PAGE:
It now follows by a standard compactness argument that if $A$ is an unbounded component of $X-K$ for some compact $K\subset X$, then there is an end $e$ of $X$ such that $eK=A$. (Explicitly, let $F_K$ denote the set of unbounded components of $X-K$ with the discrete topology. Then an end is a point in the product $\prod_K F_K$ satisfying certain identities, and paragraph above shows that any finite number of those identities can be satisfied by an element of the product sending $K$ to $A$. Compactness of the product then gives an element satisfying all of the identities.)

Now suppose $X^\wedge$ is a compactification of $X$ such that $X^\wedge-X$ is disconnected. We will show $X$ has more than one end. Let $C$ be a nonempty proper clopen subset of $X^\wedge-X$. Then $C$ and $D=(X^\wedge-X)-C$ are disjoint closed subsets of $X^\wedge$, so we can find disjoint open sets $U,V\subset X^\wedge$ such that $C\subset U$ and $D\subset V$. We then have that $K=X^\wedge-(U\cup V)$ is compact and contained in $X$.

Now $X\cap U$ is an unbounded clopen subset of $X-K$, so as shown above (taking $K'=K$), it must contain an unbounded component of $X-K$. This unbounded component then extends to an end $e$ such that $eK\subset U$. But by the same argument with $V$ in place of $U$, there also exists an end $e'$ such that $e'K\subset V$. We thus have two distinct ends of $X$.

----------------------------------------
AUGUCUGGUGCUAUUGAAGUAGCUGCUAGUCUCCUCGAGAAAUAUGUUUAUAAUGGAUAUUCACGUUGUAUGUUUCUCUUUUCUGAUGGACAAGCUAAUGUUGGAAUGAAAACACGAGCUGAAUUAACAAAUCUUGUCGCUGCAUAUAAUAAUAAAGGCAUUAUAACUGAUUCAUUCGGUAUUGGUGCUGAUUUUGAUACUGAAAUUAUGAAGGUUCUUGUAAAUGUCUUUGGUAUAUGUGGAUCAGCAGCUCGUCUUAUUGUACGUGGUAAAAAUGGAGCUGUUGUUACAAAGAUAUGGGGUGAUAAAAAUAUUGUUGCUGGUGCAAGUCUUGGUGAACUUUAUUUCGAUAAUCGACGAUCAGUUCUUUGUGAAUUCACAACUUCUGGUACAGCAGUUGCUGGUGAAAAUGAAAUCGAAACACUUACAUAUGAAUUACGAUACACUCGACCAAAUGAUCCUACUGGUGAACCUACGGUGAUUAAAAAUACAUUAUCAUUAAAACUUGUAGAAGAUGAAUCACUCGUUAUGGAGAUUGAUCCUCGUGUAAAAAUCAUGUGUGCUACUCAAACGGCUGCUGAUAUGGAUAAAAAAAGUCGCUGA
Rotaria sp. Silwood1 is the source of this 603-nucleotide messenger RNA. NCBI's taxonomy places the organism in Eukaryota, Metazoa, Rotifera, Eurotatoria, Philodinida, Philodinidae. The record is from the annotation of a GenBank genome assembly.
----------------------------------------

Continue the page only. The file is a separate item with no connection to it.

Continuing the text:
(The argument above was adapted from the standard proof that if $X$ is locally compact Hausdorff, connected, and locally connected, then you can compactify $X$ by adding a point for each end of $X$. This proof can be found here, among many other places (the hypothesis of $\sigma$-compactness used there is easily seen to be unnecessary).)

$\endgroup$
  • $\begingroup$ Well done. That partly explains why I was spinning my wheels. One question that still remains is whether local-connectedness is necessary. $\endgroup$ – Paul Sinclair Dec 16 '15 at 1:07
  • $\begingroup$ Yeah, I tried for a while to get a connected but not locally counterexample and couldn't come up with one. $\endgroup$ – Eric Wofsey Dec 16 '15 at 1:12
0
$\begingroup$

Thank's to everyone, I think I did it. Let me know if you find some mistake.

Let $X$ locally compact, Hausdorff and non-compact. Prove that if $X$ has only one end, then $X^{*} - X$ for any compactification $X^{*}$ (Hausdorff) of $X$ is a continuum (=compact, connected).